On the other side of the pond were a good bloom of yellow irises on to which several azure damsels were clutching. A sudden breeze picked up and all activity stopped immediately. On the surface of the water were plenty of back swimmers and a few water boatmen, whirligig beetles and pond skaters.
I then thought another circular wander around would be good and it wasn't long before I spotted a bee orchid in the longer grass. My first of the year. I noticed that some grass cutting had recently taken place. It was pleasing to observe that just the first metre had been mowed, the rest left for the insects and mammals which is the way it should be.
Personally, I think there is too much mowing around the town. At a time when councils are struggling to balance the books post-pandemic, it seems an unnecessary expense to strim roundabouts and the verges along main roads. If these offer no hindrance to sight lines then leaving them is fine. In early spring, dandelions offer emerging bees nectar, so it seems crazy to strim them as often happens on the A120 roundabout near Tesco. I did note recently that the grass verge here has been cut back, but, good to see, only a metre-wide swathe along the road to the bypass roundabout. Grass verges make up a large proportion of wildflower habitats in England and, unless growth of grasses and plants causes an issue with sight lines, I see no reason for them to be cut to resemble a croquet lawn.
Our other splendid country park at St Michael's Mead is now looked after by the well-run Friends of Southern Country Park. These volunteers carry out maintenance, coppicing and general tidying duties on a regular basis throughout the year. It would be good to see a similar set up for Bat Willow Hurst as, in the next five years, it will be in need of some management. It has the potential to be a really important local habitat, especially for Odonata (dragonflies and damselflies) as there are not too many sites locally that offer the range of these species in such a small, concentrated area. It would be a valuable exercise to begin monitoring all species that are present here and begin to look at habitat improvement to attract new species by adding certain plants and grasses.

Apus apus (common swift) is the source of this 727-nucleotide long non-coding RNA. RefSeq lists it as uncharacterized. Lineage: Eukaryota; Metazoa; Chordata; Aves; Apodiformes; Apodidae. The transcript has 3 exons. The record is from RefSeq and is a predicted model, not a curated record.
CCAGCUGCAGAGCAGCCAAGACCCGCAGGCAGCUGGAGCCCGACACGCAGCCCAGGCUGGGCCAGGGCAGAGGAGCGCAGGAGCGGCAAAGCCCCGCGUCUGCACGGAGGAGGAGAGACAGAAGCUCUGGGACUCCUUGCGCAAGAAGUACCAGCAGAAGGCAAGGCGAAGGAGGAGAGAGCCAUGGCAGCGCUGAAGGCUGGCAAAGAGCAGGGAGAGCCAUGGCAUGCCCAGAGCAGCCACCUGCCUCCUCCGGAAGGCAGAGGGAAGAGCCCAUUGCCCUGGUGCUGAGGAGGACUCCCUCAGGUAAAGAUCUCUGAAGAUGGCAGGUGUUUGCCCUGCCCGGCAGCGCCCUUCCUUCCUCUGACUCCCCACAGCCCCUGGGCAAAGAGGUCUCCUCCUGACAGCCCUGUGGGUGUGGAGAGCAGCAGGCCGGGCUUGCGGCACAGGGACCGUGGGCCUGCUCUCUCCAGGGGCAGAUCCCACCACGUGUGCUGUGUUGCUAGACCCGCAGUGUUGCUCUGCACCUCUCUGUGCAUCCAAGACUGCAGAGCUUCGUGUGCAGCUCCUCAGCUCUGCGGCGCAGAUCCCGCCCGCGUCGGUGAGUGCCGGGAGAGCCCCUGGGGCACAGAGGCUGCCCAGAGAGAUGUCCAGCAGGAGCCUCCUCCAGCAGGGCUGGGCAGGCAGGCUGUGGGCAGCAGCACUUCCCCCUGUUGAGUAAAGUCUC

Certainly in high summer it is also a great place for good numbers of butterflies and, last Monday, it offered enough for me to be enthusiastic about searching for things for over three hours and I could have easily stayed longer had I the time. Parking is available a couple of hundred metres along the Manuden road and it is well worth a visit.